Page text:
Jihadists at the border: Operatives loyal to ISIS seen near the Golan Heights

Israel is tracking the events beyond the border, but IDF refuses to respond to foreign reports it has reinforced its presence in the area.

By NOAM AMIR/MAARIV HASHAVUA, KARINE ROZKOVSKY
April 30, 2015 17:10
2 minute read.
Islamist fighters

Islamist fighters in southern Syria. (photo credit: ARAB MEDIA)

 
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After foreign sources reported on Wednesday that the IDF began to increase its forces in the Golan Heights near the Syrian border, fears were rising on Thursday that Islamic State-linked fighters are nearing the area.

According to the reports, the reinforcements include Merkava tanks and armored personnel carriers. The defense establishment is following reports that one of the anti-Assad rebel groups has sworn allegiance to Islamic State and the same group is behind the "spillover" of mortar fire from the Syrian Golan into Israel in recent days.

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The organization in question is Saraya al-Jihad (Jihad Brigades), who not only swore allegiance to Islamic State, but also succeeded in conquering the village of Qahtaniya near the border.



Pictures were published Thursday of Saraya al-Jihad fighters in the Syrian Golan Heights.

According to reports from Syria, the Sunni jihadist group has succeeded in establishing a base close to the border, just three kilometers from Kibbutz Ein Zivan in the Israeli Golan Heights. The possibility that light weapons fire that hit Israel on Wednesday came from the group's fighters is being investigated.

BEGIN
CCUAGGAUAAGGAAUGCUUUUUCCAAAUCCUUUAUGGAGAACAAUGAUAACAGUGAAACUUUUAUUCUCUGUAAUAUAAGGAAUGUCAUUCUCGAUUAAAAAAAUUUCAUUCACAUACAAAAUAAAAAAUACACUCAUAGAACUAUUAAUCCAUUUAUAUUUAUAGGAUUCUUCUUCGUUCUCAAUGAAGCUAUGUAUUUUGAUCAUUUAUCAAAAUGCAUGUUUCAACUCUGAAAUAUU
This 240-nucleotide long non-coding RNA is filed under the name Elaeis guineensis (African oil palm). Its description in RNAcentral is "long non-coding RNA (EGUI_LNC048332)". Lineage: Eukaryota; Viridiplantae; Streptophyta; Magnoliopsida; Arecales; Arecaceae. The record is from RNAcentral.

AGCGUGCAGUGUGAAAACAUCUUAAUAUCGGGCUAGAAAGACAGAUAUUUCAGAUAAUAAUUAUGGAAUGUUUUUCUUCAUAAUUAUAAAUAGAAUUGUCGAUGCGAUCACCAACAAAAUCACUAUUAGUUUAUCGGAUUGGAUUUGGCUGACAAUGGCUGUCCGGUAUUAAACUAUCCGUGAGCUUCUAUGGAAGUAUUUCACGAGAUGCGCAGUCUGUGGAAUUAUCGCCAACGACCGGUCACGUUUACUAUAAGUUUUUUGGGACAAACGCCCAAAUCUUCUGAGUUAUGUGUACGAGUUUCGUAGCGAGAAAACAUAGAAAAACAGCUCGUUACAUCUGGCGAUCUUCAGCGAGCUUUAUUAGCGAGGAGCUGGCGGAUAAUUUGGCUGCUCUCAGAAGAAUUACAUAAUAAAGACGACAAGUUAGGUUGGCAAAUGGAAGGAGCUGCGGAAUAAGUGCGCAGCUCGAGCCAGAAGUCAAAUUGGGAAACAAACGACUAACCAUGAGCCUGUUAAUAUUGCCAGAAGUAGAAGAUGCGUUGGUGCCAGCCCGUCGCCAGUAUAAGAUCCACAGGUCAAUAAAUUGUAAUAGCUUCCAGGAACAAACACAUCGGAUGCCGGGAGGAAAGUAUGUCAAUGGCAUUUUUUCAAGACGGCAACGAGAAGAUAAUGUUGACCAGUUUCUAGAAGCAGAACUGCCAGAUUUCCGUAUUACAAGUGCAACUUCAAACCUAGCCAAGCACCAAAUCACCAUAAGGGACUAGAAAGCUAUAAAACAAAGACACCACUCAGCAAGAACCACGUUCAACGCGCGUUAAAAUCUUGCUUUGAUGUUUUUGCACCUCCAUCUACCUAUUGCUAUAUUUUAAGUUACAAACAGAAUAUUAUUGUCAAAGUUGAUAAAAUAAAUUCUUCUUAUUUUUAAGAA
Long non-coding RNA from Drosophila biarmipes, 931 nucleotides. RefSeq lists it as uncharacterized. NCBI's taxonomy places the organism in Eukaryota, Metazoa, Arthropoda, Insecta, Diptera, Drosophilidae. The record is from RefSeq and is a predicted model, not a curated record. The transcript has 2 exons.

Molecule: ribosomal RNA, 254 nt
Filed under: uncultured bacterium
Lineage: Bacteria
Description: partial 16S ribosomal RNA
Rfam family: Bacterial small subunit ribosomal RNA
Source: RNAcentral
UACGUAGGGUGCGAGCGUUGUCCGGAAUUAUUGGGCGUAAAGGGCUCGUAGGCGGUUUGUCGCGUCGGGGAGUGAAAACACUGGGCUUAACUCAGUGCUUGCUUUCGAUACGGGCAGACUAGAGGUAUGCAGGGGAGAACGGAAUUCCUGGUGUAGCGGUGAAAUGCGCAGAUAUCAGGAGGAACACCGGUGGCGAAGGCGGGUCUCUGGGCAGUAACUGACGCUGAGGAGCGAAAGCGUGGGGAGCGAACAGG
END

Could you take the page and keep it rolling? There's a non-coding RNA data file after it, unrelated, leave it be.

Israel is tracking the events beyond the border, but senior IDF officials claim that they have no intention of interfering in fighting between the various rebel groups and Assad's army. The belief is that no Syrian group or army is currently interested in acting against Israel, however in the defense establishment preparations have been made for the possibility that one of these groups openly turns their military efforts against Israel.





The IDF knows that the point recently conquered by Saraya al-Jihad was formerly in the hands of the al-Qaida-linked Nusra Front, whose operatives did not attempt to challenge the IDF. The estimate is that the mortar shells that landed in Israel on Tuesday were part of the Free Syrian Army and Nusra Front's efforts to reconquer the area.

The IDF's official response to reports that it was adding reinforcements to the area was that the army "does not respond to foreign reports," however the farmers and workers of Ein Zivan's fields, where the mortar shells landed in recent days, were instructed by the army to be alert. The order was given after a number of shells from light firearms crossed into Israel as a result of fighting between Syrian rebels and the army. Nobody was injured in the incident. After several minutes of fire from the Syrian Golan, the farmers were instructed to abandon their work and leave the fields until the fighting ceased.

However, a defense source downplayed the danger in the area, saying that the Golan enjoys "a pastoral life, a prosperous tourism industry and fruitful agriculture. With the exception of a few small events that Israel has control over, the situation is considered very stable," he said.

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